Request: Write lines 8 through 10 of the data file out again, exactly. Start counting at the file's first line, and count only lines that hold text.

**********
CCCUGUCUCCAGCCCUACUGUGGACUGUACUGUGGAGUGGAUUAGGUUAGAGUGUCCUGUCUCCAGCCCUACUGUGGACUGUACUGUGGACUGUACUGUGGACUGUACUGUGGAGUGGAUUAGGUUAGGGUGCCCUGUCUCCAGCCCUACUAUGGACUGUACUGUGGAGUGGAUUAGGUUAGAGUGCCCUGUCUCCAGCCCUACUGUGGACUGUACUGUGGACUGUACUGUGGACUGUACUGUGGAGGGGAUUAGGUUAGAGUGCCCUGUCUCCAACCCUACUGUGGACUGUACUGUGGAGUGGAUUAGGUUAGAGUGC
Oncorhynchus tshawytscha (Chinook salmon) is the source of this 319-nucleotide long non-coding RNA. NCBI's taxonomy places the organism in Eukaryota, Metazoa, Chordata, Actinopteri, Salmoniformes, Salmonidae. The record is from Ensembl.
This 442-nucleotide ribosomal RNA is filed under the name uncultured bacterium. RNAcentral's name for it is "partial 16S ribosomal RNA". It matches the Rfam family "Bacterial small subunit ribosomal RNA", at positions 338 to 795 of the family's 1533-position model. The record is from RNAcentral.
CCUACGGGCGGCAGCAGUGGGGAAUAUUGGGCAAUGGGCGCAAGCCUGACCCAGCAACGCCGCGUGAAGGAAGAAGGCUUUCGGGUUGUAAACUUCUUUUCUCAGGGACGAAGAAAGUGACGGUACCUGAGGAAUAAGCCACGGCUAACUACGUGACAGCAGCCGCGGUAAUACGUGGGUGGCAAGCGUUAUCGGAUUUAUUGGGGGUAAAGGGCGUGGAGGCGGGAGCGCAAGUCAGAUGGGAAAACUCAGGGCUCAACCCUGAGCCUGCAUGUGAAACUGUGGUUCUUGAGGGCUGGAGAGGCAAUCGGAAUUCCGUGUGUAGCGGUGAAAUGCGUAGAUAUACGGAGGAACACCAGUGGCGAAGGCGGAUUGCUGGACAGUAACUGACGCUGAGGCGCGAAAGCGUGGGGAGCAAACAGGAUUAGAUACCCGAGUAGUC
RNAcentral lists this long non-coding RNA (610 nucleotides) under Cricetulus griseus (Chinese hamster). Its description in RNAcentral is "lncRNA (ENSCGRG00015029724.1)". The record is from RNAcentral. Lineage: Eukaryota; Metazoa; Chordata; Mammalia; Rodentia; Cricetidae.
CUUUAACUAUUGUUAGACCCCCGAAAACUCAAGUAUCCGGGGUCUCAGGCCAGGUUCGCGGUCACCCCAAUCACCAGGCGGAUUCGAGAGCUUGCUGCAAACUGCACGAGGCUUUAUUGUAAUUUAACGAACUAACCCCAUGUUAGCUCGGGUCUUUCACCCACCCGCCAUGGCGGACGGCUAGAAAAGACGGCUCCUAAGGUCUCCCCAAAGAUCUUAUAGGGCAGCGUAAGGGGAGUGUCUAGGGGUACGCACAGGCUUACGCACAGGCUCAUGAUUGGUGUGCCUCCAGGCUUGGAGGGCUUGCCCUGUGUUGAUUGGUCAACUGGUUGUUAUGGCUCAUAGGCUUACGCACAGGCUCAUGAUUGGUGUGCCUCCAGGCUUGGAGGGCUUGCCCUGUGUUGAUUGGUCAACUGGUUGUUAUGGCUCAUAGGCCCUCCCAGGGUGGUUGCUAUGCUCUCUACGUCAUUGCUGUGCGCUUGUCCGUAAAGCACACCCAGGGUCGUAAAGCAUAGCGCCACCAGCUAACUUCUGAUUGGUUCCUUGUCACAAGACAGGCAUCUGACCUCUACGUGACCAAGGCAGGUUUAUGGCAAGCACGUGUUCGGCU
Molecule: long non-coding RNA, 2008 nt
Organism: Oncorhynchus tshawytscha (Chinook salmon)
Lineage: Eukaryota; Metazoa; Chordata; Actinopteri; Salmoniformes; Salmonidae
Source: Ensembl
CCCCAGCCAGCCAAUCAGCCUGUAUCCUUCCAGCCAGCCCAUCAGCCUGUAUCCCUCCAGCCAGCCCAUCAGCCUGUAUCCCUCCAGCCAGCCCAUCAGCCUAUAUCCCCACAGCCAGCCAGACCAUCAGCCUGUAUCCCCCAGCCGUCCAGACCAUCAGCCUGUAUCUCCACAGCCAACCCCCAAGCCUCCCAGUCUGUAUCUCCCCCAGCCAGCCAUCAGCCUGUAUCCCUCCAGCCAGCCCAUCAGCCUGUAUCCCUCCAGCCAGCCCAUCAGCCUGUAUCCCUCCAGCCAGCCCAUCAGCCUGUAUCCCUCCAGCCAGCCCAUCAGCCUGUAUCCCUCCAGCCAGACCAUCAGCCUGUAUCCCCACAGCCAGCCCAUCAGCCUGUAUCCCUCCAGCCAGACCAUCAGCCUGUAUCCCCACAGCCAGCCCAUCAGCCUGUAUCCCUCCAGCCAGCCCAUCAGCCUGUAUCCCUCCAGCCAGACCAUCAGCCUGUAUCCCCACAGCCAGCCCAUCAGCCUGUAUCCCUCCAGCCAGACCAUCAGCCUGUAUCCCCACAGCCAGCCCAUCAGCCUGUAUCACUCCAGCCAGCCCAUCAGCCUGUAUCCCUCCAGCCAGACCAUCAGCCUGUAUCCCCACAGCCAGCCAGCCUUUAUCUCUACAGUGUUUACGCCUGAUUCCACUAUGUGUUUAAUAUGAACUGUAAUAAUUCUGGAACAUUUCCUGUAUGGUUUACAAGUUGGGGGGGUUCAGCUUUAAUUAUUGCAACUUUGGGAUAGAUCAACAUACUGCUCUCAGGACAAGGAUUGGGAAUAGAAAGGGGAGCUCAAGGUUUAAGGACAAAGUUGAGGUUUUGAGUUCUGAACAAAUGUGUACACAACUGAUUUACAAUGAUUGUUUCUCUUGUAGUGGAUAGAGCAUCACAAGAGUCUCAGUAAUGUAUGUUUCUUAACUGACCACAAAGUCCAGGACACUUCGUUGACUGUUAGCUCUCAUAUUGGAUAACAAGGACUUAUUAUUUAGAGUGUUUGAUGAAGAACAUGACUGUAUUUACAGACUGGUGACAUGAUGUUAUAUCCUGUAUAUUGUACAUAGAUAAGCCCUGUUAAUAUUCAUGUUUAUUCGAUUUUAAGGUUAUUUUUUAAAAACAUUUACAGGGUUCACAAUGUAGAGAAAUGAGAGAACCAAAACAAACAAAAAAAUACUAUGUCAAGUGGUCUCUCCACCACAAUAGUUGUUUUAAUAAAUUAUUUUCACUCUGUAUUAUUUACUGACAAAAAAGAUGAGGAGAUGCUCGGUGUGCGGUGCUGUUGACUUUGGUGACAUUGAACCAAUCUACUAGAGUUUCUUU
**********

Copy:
Organism: Oncorhynchus tshawytscha (Chinook salmon)
Lineage: Eukaryota; Metazoa; Chordata; Actinopteri; Salmoniformes; Salmonidae
Source: Ensembl